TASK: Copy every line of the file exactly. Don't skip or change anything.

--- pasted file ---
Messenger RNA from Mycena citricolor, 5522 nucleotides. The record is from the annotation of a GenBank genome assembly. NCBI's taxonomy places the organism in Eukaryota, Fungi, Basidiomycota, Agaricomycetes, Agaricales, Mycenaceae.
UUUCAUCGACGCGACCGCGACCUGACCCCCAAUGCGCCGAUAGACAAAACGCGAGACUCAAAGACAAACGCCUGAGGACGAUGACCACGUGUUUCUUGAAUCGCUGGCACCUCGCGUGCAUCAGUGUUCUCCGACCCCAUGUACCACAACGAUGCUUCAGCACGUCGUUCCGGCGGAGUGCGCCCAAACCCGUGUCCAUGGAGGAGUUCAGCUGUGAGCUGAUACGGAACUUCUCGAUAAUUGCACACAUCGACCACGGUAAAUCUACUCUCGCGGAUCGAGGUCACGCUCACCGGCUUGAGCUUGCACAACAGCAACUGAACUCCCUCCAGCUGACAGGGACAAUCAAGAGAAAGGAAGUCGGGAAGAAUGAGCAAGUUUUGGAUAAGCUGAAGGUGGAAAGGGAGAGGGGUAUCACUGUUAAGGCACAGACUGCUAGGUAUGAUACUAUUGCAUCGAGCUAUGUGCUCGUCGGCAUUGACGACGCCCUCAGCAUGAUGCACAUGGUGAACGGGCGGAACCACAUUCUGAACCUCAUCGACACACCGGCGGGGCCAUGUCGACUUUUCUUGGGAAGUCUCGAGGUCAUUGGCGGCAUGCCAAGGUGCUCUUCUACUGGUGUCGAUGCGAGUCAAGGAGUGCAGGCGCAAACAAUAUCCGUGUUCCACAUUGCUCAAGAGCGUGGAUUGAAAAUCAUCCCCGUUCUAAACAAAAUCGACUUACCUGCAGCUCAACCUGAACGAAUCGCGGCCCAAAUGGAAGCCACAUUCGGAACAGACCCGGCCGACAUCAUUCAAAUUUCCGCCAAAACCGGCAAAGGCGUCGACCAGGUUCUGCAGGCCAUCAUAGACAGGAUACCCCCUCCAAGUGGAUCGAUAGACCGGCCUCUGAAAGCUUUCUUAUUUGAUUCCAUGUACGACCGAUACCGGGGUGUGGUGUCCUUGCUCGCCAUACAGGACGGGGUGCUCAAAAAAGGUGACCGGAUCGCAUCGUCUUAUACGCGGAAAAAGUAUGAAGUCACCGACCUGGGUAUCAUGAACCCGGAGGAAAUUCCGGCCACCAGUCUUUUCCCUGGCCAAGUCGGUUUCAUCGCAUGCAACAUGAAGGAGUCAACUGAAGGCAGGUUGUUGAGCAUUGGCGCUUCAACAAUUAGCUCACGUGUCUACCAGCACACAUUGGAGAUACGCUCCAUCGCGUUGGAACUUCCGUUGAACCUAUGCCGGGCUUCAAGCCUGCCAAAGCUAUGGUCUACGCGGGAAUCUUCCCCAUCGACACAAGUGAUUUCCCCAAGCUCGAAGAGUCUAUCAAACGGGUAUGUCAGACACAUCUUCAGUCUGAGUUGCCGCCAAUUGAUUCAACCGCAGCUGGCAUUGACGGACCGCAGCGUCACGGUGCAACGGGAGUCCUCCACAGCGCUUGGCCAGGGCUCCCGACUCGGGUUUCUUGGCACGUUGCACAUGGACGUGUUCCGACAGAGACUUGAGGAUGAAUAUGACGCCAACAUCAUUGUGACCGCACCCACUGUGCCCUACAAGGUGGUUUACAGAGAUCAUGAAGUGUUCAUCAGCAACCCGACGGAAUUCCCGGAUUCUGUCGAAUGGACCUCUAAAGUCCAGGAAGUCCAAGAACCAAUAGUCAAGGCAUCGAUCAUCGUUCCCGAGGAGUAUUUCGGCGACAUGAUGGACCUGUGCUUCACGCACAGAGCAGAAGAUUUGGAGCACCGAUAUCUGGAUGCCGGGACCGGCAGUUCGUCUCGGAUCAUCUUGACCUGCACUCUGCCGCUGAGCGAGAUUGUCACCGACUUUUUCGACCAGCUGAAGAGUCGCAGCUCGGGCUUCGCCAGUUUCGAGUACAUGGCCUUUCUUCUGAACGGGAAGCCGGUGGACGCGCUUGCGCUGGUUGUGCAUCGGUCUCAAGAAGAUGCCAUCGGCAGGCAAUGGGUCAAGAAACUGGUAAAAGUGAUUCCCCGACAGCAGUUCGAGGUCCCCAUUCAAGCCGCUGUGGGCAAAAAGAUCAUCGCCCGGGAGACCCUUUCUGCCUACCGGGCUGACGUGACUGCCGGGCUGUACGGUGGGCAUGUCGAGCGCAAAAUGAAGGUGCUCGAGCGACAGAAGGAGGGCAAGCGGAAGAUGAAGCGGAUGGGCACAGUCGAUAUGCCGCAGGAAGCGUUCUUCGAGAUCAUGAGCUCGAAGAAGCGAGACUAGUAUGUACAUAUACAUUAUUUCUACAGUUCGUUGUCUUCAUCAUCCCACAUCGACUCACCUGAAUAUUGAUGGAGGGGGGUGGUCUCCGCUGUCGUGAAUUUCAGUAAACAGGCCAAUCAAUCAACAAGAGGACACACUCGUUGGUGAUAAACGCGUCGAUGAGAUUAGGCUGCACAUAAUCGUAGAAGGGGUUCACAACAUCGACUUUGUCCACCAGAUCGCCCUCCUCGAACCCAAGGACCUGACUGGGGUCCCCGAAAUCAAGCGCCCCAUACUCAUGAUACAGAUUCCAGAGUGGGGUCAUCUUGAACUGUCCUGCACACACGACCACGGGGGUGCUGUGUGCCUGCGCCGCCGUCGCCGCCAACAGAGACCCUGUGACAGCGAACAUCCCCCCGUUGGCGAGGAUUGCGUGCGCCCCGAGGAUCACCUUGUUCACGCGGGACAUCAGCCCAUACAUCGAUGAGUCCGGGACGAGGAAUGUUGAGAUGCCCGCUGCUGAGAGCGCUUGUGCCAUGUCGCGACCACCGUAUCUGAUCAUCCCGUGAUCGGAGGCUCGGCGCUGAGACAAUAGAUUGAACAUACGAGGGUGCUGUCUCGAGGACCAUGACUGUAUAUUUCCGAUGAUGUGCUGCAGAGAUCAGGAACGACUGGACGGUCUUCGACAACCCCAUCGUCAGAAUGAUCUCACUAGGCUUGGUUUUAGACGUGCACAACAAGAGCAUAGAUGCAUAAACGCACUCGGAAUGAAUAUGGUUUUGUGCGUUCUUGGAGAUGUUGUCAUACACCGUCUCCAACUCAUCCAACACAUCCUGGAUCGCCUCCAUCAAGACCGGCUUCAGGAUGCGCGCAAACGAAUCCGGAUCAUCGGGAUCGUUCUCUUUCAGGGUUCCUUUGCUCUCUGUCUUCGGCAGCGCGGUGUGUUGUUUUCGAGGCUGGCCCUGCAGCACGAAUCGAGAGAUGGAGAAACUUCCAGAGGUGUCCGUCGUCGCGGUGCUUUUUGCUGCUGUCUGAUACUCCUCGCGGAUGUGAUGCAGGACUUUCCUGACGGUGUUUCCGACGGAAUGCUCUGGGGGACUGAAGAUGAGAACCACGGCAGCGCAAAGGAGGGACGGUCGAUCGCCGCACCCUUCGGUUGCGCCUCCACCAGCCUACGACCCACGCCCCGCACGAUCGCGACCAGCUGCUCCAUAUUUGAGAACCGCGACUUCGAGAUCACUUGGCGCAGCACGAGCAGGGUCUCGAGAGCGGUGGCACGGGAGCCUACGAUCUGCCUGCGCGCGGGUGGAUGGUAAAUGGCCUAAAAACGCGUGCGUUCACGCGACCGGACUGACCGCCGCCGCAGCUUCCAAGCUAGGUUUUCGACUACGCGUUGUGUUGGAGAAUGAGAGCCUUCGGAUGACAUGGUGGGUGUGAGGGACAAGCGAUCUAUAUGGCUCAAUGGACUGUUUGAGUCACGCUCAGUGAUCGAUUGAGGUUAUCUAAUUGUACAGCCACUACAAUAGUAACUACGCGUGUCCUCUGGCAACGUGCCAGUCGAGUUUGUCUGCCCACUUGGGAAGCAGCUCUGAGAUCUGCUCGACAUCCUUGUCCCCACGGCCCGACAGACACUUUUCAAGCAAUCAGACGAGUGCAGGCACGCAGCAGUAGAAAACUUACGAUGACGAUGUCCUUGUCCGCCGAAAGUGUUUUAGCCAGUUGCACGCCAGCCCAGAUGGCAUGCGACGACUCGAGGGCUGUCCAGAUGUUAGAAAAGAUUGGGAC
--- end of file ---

Messenger RNA from Mycena citricolor, 5522 nucleotides. The record is from the annotation of a GenBank genome assembly. NCBI's taxonomy places the organism in Eukaryota, Fungi, Basidiomycota, Agaricomycetes, Agaricales, Mycenaceae.
UUUCAUCGACGCGACCGCGACCUGACCCCCAAUGCGCCGAUAGACAAAACGCGAGACUCAAAGACAAACGCCUGAGGACGAUGACCACGUGUUUCUUGAAUCGCUGGCACCUCGCGUGCAUCAGUGUUCUCCGACCCCAUGUACCACAACGAUGCUUCAGCACGUCGUUCCGGCGGAGUGCGCCCAAACCCGUGUCCAUGGAGGAGUUCAGCUGUGAGCUGAUACGGAACUUCUCGAUAAUUGCACACAUCGACCACGGUAAAUCUACUCUCGCGGAUCGAGGUCACGCUCACCGGCUUGAGCUUGCACAACAGCAACUGAACUCCCUCCAGCUGACAGGGACAAUCAAGAGAAAGGAAGUCGGGAAGAAUGAGCAAGUUUUGGAUAAGCUGAAGGUGGAAAGGGAGAGGGGUAUCACUGUUAAGGCACAGACUGCUAGGUAUGAUACUAUUGCAUCGAGCUAUGUGCUCGUCGGCAUUGACGACGCCCUCAGCAUGAUGCACAUGGUGAACGGGCGGAACCACAUUCUGAACCUCAUCGACACACCGGCGGGGCCAUGUCGACUUUUCUUGGGAAGUCUCGAGGUCAUUGGCGGCAUGCCAAGGUGCUCUUCUACUGGUGUCGAUGCGAGUCAAGGAGUGCAGGCGCAAACAAUAUCCGUGUUCCACAUUGCUCAAGAGCGUGGAUUGAAAAUCAUCCCCGUUCUAAACAAAAUCGACUUACCUGCAGCUCAACCUGAACGAAUCGCGGCCCAAAUGGAAGCCACAUUCGGAACAGACCCGGCCGACAUCAUUCAAAUUUCCGCCAAAACCGGCAAAGGCGUCGACCAGGUUCUGCAGGCCAUCAUAGACAGGAUACCCCCUCCAAGUGGAUCGAUAGACCGGCCUCUGAAAGCUUUCUUAUUUGAUUCCAUGUACGACCGAUACCGGGGUGUGGUGUCCUUGCUCGCCAUACAGGACGGGGUGCUCAAAAAAGGUGACCGGAUCGCAUCGUCUUAUACGCGGAAAAAGUAUGAAGUCACCGACCUGGGUAUCAUGAACCCGGAGGAAAUUCCGGCCACCAGUCUUUUCCCUGGCCAAGUCGGUUUCAUCGCAUGCAACAUGAAGGAGUCAACUGAAGGCAGGUUGUUGAGCAUUGGCGCUUCAACAAUUAGCUCACGUGUCUACCAGCACACAUUGGAGAUACGCUCCAUCGCGUUGGAACUUCCGUUGAACCUAUGCCGGGCUUCAAGCCUGCCAAAGCUAUGGUCUACGCGGGAAUCUUCCCCAUCGACACAAGUGAUUUCCCCAAGCUCGAAGAGUCUAUCAAACGGGUAUGUCAGACACAUCUUCAGUCUGAGUUGCCGCCAAUUGAUUCAACCGCAGCUGGCAUUGACGGACCGCAGCGUCACGGUGCAACGGGAGUCCUCCACAGCGCUUGGCCAGGGCUCCCGACUCGGGUUUCUUGGCACGUUGCACAUGGACGUGUUCCGACAGAGACUUGAGGAUGAAUAUGACGCCAACAUCAUUGUGACCGCACCCACUGUGCCCUACAAGGUGGUUUACAGAGAUCAUGAAGUGUUCAUCAGCAACCCGACGGAAUUCCCGGAUUCUGUCGAAUGGACCUCUAAAGUCCAGGAAGUCCAAGAACCAAUAGUCAAGGCAUCGAUCAUCGUUCCCGAGGAGUAUUUCGGCGACAUGAUGGACCUGUGCUUCACGCACAGAGCAGAAGAUUUGGAGCACCGAUAUCUGGAUGCCGGGACCGGCAGUUCGUCUCGGAUCAUCUUGACCUGCACUCUGCCGCUGAGCGAGAUUGUCACCGACUUUUUCGACCAGCUGAAGAGUCGCAGCUCGGGCUUCGCCAGUUUCGAGUACAUGGCCUUUCUUCUGAACGGGAAGCCGGUGGACGCGCUUGCGCUGGUUGUGCAUCGGUCUCAAGAAGAUGCCAUCGGCAGGCAAUGGGUCAAGAAACUGGUAAAAGUGAUUCCCCGACAGCAGUUCGAGGUCCCCAUUCAAGCCGCUGUGGGCAAAAAGAUCAUCGCCCGGGAGACCCUUUCUGCCUACCGGGCUGACGUGACUGCCGGGCUGUACGGUGGGCAUGUCGAGCGCAAAAUGAAGGUGCUCGAGCGACAGAAGGAGGGCAAGCGGAAGAUGAAGCGGAUGGGCACAGUCGAUAUGCCGCAGGAAGCGUUCUUCGAGAUCAUGAGCUCGAAGAAGCGAGACUAGUAUGUACAUAUACAUUAUUUCUACAGUUCGUUGUCUUCAUCAUCCCACAUCGACUCACCUGAAUAUUGAUGGAGGGGGGUGGUCUCCGCUGUCGUGAAUUUCAGUAAACAGGCCAAUCAAUCAACAAGAGGACACACUCGUUGGUGAUAAACGCGUCGAUGAGAUUAGGCUGCACAUAAUCGUAGAAGGGGUUCACAACAUCGACUUUGUCCACCAGAUCGCCCUCCUCGAACCCAAGGACCUGACUGGGGUCCCCGAAAUCAAGCGCCCCAUACUCAUGAUACAGAUUCCAGAGUGGGGUCAUCUUGAACUGUCCUGCACACACGACCACGGGGGUGCUGUGUGCCUGCGCCGCCGUCGCCGCCAACAGAGACCCUGUGACAGCGAACAUCCCCCCGUUGGCGAGGAUUGCGUGCGCCCCGAGGAUCACCUUGUUCACGCGGGACAUCAGCCCAUACAUCGAUGAGUCCGGGACGAGGAAUGUUGAGAUGCCCGCUGCUGAGAGCGCUUGUGCCAUGUCGCGACCACCGUAUCUGAUCAUCCCGUGAUCGGAGGCUCGGCGCUGAGACAAUAGAUUGAACAUACGAGGGUGCUGUCUCGAGGACCAUGACUGUAUAUUUCCGAUGAUGUGCUGCAGAGAUCAGGAACGACUGGACGGUCUUCGACAACCCCAUCGUCAGAAUGAUCUCACUAGGCUUGGUUUUAGACGUGCACAACAAGAGCAUAGAUGCAUAAACGCACUCGGAAUGAAUAUGGUUUUGUGCGUUCUUGGAGAUGUUGUCAUACACCGUCUCCAACUCAUCCAACACAUCCUGGAUCGCCUCCAUCAAGACCGGCUUCAGGAUGCGCGCAAACGAAUCCGGAUCAUCGGGAUCGUUCUCUUUCAGGGUUCCUUUGCUCUCUGUCUUCGGCAGCGCGGUGUGUUGUUUUCGAGGCUGGCCCUGCAGCACGAAUCGAGAGAUGGAGAAACUUCCAGAGGUGUCCGUCGUCGCGGUGCUUUUUGCUGCUGUCUGAUACUCCUCGCGGAUGUGAUGCAGGACUUUCCUGACGGUGUUUCCGACGGAAUGCUCUGGGGGACUGAAGAUGAGAACCACGGCAGCGCAAAGGAGGGACGGUCGAUCGCCGCACCCUUCGGUUGCGCCUCCACCAGCCUACGACCCACGCCCCGCACGAUCGCGACCAGCUGCUCCAUAUUUGAGAACCGCGACUUCGAGAUCACUUGGCGCAGCACGAGCAGGGUCUCGAGAGCGGUGGCACGGGAGCCUACGAUCUGCCUGCGCGCGGGUGGAUGGUAAAUGGCCUAAAAACGCGUGCGUUCACGCGACCGGACUGACCGCCGCCGCAGCUUCCAAGCUAGGUUUUCGACUACGCGUUGUGUUGGAGAAUGAGAGCCUUCGGAUGACAUGGUGGGUGUGAGGGACAAGCGAUCUAUAUGGCUCAAUGGACUGUUUGAGUCACGCUCAGUGAUCGAUUGAGGUUAUCUAAUUGUACAGCCACUACAAUAGUAACUACGCGUGUCCUCUGGCAACGUGCCAGUCGAGUUUGUCUGCCCACUUGGGAAGCAGCUCUGAGAUCUGCUCGACAUCCUUGUCCCCACGGCCCGACAGACACUUUUCAAGCAAUCAGACGAGUGCAGGCACGCAGCAGUAGAAAACUUACGAUGACGAUGUCCUUGUCCGCCGAAAGUGUUUUAGCCAGUUGCACGCCAGCCCAGAUGGCAUGCGACGACUCGAGGGCUGUCCAGAUGUUAGAAAAGAUUGGGAC